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U.S. Treasury and Federal Reserve officials are monitoring the liquidity of bond markets after warnings from banks and institutional investors that the system has been weakened dangerously by new regulations.
According to people familiar with the matter, government officials are reviewing market data to assess whether there is any substance to financial industry arguments that rules designed to make markets more robust have had the opposite effect.
(Read more: US yields fall on perception of modest Fed tapering)
Investors and banks have delivered warnings – including in a July presentation to the Treasury – that new capital rules and the Volcker rule that prohibits proprietary trading at banks are sapping liquidity from the wider bond market, and that the negative effects have been masked by the Federal Reserve's unprecedented bond purchases under quantitative easing.
"Regulations have created multiple constraints likely to curtail liquidity when it is really needed," said a presentation from the Treasury Borrowing Advisory Committee, a group whose members range from JPMorgan to Pimco. It said there was a "potential for significant dislocation when investor flows reverse".
The Fed and Treasury are investigating but officials believe that liquidity was too cheap during the crisis and some change was desirable. They are also suspicious that the case – made by banks such as Citigroup and large institutional investors such as Fidelity – is overstated, with the drop in banks' inventories of corporate bonds skewed by the fact that the data include asset-backed securities.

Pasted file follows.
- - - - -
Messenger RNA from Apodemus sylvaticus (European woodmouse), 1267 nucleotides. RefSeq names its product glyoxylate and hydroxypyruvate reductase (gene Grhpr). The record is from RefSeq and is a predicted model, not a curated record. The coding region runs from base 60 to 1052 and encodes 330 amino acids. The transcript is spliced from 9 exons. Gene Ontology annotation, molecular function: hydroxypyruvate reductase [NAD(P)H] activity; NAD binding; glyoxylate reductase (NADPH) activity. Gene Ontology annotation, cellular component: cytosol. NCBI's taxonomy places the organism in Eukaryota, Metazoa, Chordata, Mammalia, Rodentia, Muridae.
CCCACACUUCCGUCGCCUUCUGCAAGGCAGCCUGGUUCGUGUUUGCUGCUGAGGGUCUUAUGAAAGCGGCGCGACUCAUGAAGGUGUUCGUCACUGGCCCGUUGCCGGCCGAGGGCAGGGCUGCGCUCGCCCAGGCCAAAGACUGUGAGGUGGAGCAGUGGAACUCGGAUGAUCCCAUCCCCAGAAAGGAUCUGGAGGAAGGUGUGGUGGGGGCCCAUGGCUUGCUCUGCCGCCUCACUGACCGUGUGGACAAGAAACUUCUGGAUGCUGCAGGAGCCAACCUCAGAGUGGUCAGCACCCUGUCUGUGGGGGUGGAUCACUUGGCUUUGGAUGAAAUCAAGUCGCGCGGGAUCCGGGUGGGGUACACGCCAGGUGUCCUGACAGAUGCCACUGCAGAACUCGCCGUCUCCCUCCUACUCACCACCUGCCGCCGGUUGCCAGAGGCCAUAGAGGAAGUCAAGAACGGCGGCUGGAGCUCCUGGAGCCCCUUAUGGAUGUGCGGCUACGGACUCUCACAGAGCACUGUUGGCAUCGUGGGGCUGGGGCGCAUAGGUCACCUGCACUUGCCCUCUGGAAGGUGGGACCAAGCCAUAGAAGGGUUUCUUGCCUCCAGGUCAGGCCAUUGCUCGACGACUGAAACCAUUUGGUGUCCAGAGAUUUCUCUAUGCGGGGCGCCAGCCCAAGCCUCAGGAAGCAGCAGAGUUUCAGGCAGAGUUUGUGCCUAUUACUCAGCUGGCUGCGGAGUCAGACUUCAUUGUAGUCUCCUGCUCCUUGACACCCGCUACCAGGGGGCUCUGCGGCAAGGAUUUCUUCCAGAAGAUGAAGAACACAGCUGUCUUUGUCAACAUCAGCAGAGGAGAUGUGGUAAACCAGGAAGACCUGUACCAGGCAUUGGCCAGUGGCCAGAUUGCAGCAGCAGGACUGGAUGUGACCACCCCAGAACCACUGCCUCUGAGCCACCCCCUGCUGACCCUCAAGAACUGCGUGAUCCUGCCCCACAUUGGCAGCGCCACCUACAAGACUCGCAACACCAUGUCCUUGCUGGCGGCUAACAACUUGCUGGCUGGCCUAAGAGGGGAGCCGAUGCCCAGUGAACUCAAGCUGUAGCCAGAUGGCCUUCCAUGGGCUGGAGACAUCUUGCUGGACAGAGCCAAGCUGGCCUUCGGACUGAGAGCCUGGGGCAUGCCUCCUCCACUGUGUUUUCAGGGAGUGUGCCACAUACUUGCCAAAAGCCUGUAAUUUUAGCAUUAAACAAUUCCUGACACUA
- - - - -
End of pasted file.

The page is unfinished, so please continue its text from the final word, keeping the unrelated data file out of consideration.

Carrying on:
Fed data show the inventories of corporate bonds held by big banks are down almost 80 percent since their peak of $235 billion in 2007. But Goldman Sachs analysts have estimated that the inventories are down 40 percent from their pre-crisis peak, once other assets are stripped out.
However, there is some concern in Washington about the shock to bond markets that followed Ben Bernanke's comments in the spring that were seen as heralding the end of the Fed's quantitative easing program.
"If the Fed starts tapering and the bond market sells off and people see their supposedly safe bond funds down, are they all going to start to sell them off? And where are they going to find liquidity?" said Stephen Siderow, co-founder of BlueMountain Capital.
(Read more: 'Bad idea' if Fed wages war on higher bond yields)
But officials monitoring bid-ask spreads say they have since returned to appropriate levels. They are not persuaded by the industry's point that lower inventories are a worrying factor for the next shock, since they believe lower inventories would not themselves prevent dealer banks buying bonds during such an event – just as in 2007 higher inventories did not mean banks were always happy to step in and buy in the falling market unless they saw a profitable opportunity.